I observed with interest the recent meme by young women who were amazed to find the young men in their lives thought about Rome often.
I certainly think about Rome often, though I am not a young man—I am a man in the period of life I like to call “early late middle age.” I never thought thinking about Rome was remarkable.
I’m not sure I should be considered part of the meme because I’m a history buff, and one of the historical periods that interests me is Rome. History is a hobby for me, and I think about history a lot.
On the other hand, maybe that makes me a big part of the meme.
Historian Patrick Wyman has a theory on why people (of every and all genders) are fascinated by Rome today. It’s a good theory and now I think I need to subscribe to his podcast and read his books.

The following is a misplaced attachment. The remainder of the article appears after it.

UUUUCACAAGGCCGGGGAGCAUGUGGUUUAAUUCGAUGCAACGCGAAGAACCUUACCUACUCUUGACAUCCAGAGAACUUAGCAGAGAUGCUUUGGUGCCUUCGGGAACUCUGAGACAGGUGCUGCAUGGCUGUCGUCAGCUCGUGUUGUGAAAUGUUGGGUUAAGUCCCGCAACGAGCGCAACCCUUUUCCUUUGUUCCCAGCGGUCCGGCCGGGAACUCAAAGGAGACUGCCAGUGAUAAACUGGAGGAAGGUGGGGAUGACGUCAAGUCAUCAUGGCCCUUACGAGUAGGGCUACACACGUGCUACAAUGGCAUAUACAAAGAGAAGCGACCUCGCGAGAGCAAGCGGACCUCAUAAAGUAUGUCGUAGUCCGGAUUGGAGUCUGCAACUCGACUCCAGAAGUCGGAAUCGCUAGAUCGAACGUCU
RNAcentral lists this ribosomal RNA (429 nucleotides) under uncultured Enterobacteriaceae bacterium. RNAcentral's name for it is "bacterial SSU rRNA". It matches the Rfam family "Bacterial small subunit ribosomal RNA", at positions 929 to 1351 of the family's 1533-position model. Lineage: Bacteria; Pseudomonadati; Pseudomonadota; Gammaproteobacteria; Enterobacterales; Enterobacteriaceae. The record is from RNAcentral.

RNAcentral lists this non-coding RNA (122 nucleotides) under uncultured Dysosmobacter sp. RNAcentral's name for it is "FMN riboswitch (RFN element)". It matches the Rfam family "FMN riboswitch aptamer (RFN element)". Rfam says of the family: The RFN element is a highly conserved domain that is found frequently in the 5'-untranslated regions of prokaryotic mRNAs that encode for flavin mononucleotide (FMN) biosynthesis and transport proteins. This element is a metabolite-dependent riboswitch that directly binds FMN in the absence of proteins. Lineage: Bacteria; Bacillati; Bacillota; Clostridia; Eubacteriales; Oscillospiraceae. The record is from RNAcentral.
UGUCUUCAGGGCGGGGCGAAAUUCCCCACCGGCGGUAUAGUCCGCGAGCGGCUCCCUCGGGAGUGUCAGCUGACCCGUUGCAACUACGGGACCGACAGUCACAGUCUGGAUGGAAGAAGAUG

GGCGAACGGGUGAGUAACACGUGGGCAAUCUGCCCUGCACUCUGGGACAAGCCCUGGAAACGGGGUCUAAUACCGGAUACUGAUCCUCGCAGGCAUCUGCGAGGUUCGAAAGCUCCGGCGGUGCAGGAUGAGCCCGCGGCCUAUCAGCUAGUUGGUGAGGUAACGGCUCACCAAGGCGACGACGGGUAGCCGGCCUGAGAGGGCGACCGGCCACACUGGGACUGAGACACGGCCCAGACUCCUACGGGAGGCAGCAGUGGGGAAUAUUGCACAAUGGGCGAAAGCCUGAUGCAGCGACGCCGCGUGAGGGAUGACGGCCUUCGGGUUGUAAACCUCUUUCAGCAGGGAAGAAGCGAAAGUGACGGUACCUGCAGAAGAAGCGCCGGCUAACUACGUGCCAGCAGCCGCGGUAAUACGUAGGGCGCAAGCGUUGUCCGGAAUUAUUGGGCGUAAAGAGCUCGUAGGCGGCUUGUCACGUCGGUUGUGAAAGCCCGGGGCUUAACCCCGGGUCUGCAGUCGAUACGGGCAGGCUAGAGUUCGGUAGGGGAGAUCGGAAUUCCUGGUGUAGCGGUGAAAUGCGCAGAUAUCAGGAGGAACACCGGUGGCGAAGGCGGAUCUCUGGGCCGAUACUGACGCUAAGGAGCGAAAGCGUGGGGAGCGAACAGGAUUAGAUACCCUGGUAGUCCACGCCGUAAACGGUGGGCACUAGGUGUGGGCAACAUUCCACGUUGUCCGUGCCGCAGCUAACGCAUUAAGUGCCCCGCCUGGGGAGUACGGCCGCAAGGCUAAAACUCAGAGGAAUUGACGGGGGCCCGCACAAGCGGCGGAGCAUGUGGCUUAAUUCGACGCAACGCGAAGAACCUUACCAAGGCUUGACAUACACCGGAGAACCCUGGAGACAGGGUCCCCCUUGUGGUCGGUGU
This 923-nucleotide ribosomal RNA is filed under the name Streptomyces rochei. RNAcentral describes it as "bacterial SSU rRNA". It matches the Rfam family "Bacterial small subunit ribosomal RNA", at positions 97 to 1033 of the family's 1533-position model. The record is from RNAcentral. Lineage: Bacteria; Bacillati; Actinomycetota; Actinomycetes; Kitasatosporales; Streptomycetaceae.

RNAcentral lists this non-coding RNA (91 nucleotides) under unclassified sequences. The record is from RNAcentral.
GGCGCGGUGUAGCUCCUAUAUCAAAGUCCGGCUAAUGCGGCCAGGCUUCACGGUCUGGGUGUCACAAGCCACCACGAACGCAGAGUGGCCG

And Ryan Broderick has a theory why this meme is becoming popular now:
Every 5-7 years, a whole bunch of people come of age online at the same time. Their dumb, usually playful freshman-dorm-icebreaker-level content and discourse is then pored over by media outlets and turned into these big news cycles that inevitably sour. But I think it’s just kids making sense of the world around them. It’s fun and sometimes reveals some interesting quirks about society, but it doesn’t always — and, I’d argue, rarely does — matter.